I am a technical software executive with a passion for fantasy, self improvement and action literature. As life forced itself on me I found less and less time to read so when I found audible it was a great match! I listen mostly in the car or while walking the dog. I can tell I'm listening to a great book when I find myself volunteering to run errands or walk the dog for the third time that day.
Some of the information in this book is insightful on a personal level. However, on a business level the stories and examples, while interesting, did not relate to the subject of habits. After the first few chapters, it appeared more like a collection of stories loosely related than a single book working toward a recommendation/conclusion/summary.
Not sure I would recommend.
Parts were good but most was over reach. The idea that we create routines and tend to exeecute them is good and interesting. However, the definition of habit and reward get stretched beyond recognition. As an example the use Michael Phelps as an example, He has a set routine he does before a race. It is suggested the reason he wins is he follows this pattern. However, it is clear that there are a lot of swimmers who swim against him with there own habits and probably very similar but who do not win. A better case would be to talk about his habit of training. The book is an example of when you have a hammer everything looks like a nail. In this case everything looks like a habit.
I am an engineer!
In the first section (downloads in two parts), the authors talk about 12 step programs and the power of little actions and belief in changing lives, as well as how the brain forms habits and responds to stimuli. That part was great and I thoroughly enjoyed it. The second part lost composure a little and I felt was reaching a little too much to make connections between the author's stance and reality.
He sometimes reads with "voices" that make the listen a little easier.
Small changes to one's life can pave the way for a better lifestyle.
Very very long stories, often repeating, not very well written and unrealistic.
If you need content to be included in long stories and this in often repeating sequence, then this is the right audio book for you!
If you want to have it to the point, then it is a huge time investment... for a few little (very interesting) points.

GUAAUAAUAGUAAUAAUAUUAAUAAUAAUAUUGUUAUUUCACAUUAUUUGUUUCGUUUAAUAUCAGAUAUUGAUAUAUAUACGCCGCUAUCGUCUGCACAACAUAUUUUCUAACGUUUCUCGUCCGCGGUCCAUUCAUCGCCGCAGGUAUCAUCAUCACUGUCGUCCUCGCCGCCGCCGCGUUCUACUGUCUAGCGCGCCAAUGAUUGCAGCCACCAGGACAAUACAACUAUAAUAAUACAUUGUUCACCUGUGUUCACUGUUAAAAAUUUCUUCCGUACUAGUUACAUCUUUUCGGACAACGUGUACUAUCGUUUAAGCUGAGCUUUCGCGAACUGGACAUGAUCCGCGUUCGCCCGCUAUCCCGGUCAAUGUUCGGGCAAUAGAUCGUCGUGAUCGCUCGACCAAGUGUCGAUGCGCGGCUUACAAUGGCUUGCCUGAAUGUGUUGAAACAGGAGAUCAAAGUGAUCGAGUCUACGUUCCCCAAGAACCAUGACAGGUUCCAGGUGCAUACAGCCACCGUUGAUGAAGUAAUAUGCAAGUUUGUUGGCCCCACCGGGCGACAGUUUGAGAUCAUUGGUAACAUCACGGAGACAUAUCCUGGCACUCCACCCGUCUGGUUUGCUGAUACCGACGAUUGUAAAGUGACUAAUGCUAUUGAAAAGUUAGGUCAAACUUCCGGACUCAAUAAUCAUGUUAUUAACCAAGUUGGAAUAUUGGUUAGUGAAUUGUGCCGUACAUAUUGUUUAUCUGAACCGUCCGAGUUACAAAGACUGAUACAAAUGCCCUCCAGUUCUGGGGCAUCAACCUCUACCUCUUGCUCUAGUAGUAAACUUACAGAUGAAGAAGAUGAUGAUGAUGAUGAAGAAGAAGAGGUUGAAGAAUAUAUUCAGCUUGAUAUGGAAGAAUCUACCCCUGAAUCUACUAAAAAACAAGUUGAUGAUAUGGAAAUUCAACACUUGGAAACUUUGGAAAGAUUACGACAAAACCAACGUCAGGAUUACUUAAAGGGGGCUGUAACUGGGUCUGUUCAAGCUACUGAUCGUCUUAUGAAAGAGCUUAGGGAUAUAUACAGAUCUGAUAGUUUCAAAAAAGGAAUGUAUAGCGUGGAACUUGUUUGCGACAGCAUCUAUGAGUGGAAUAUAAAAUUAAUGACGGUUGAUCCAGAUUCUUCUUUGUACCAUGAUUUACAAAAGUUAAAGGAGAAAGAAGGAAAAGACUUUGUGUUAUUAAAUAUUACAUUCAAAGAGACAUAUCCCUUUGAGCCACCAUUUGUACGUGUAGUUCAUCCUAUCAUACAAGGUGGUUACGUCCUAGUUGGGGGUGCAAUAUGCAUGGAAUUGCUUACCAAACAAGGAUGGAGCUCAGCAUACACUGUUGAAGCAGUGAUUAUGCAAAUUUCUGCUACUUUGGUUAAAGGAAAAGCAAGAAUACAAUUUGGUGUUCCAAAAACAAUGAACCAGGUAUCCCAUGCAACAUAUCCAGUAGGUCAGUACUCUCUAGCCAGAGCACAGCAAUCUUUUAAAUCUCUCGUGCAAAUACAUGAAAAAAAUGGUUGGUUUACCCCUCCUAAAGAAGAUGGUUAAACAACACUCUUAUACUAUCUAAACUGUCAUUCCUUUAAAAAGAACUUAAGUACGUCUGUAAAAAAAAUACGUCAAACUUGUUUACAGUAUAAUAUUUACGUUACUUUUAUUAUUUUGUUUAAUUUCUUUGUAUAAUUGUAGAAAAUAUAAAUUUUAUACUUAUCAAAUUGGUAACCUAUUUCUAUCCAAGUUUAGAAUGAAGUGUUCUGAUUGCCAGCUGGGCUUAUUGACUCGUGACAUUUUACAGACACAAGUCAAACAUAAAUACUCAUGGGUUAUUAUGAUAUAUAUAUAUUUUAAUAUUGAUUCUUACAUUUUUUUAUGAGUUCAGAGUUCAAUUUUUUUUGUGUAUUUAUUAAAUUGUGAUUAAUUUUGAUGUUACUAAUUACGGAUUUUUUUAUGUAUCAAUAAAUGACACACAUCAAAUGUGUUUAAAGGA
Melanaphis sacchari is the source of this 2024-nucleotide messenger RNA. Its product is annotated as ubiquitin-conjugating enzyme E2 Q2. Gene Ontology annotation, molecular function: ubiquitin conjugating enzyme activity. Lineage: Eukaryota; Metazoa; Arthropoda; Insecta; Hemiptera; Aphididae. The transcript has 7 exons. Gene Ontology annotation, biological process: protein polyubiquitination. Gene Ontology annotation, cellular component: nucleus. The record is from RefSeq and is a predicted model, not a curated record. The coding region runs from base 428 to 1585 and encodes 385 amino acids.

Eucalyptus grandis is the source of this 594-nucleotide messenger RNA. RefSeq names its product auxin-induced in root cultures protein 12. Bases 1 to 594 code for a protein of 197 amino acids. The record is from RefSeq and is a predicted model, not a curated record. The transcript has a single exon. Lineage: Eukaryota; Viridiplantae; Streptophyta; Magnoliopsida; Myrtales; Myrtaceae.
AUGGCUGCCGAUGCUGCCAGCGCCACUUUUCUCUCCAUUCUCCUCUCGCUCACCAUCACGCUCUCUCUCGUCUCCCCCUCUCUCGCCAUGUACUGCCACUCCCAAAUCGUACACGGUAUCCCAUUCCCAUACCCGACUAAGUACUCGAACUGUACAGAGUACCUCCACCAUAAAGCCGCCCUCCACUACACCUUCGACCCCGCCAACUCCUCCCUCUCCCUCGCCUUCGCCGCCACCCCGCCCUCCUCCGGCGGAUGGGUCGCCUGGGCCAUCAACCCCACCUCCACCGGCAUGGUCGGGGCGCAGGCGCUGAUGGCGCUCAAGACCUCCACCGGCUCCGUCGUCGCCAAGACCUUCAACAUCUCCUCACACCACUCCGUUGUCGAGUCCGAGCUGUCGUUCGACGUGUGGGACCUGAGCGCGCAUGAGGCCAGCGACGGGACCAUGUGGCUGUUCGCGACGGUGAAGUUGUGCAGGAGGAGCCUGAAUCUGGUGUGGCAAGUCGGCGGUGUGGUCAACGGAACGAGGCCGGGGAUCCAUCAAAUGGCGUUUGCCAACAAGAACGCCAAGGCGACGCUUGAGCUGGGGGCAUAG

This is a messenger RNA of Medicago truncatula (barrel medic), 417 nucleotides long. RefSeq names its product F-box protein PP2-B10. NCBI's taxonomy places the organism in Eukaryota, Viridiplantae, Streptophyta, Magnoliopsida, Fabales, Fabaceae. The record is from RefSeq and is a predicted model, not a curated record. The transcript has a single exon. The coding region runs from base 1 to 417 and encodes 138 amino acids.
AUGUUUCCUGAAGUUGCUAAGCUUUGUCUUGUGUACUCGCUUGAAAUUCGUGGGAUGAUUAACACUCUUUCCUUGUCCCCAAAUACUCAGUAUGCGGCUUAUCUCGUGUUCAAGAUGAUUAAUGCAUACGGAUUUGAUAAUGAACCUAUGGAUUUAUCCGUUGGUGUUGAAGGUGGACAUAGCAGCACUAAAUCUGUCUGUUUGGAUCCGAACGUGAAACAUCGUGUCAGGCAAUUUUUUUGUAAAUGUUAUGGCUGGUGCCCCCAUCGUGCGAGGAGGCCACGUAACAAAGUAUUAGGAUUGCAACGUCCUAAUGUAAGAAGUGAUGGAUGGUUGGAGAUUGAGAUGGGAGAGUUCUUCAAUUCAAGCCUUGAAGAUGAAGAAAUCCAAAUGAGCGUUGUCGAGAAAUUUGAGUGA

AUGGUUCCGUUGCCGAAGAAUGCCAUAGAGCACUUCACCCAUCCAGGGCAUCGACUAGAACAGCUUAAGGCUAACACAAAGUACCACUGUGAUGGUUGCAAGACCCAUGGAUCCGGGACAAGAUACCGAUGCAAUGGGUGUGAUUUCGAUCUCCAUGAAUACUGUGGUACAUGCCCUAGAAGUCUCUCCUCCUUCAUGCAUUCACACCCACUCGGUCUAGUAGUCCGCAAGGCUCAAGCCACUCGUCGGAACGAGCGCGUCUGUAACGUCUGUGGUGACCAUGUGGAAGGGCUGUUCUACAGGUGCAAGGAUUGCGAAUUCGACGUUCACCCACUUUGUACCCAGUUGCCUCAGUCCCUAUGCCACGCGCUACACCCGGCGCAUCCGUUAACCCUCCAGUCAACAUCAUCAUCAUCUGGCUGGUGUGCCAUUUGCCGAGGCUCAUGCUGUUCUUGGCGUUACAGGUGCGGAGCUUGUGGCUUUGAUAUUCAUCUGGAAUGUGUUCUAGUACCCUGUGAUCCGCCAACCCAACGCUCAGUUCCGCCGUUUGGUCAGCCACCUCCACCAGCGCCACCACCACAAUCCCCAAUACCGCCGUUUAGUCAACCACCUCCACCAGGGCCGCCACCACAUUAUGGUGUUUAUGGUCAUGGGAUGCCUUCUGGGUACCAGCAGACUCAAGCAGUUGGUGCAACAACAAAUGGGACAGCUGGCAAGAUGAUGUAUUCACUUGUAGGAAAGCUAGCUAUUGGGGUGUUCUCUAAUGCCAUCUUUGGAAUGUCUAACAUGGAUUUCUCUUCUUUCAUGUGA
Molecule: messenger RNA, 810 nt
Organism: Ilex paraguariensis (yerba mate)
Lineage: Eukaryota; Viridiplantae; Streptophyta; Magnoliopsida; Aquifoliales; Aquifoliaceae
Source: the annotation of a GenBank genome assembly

It is a very interesting topic - of high relevance for me, but much too boring to listen to.
Half the time, no need for obviously self created story lines and come much more to the point.
I was repetitive with the business and media examples of habit study.
I wish it would have had more on personal habit change and identification.
Great book and great reader. Used some of it's suggestions to quit chewing my nails at 57 for 3 weeks now.
The stories of real people, corporations and studies were inspiring and often shocking.
Just listening to this book drove me to start a gym regimen, improve the habits of my Board of Directors, and change many mistakes that I was making in my approaches to living a more productive life!
The story never got going. It did not provide answers or even suggestions. Nothing more then a collection of semi interesting anecdotes.
I loved that this book had so many examples and stories that really illustrated the points.
The fact that habits are in a different part of the brain than memories.
I enjoyed the book and learned a lot about how important it is to identify my good and bad habits and determine if there is a need to adjust them. The book gives a step by step look into how habits are formed so you feel empowered to know how to at least try to make improvements to your current habits.
I only remember disagreeing with two examples in the book: 1. When the author talked about the legislation passed under President Obama in times of a crisis, he sounded a little too much in 'awe' of what was passed by him. I think the legislation passed early on had more to do with the house and senate being under a democrat majority in addition to a democrat President, so Obama just had to sign what came to his desk. With a republican house, Obama has shown zero ability to show leadership to get anything big passed. 2. The author went into an example of a casino gambler that lost big time due to bad habits, but he spent way too much time defending the addicted gambler making it sound like it wasn't her fault. It became a bit confusing after sticking up for the gambler for so long that the author actually finally admitted at the end of the chapter that addicts of gambling should take personal responsibility. (I have a feeling he didn't mean it though; probably the editor strongly encouraged him to write out what most responsible people were dying to hear. It took too long to get to that statement, so by then the personal responsibility statement seemed forced).
Other than those two examples, I felt that this book was a positive with lots of knowledge and entertainment and I appreciate the new skills of examining my habits that I picked up!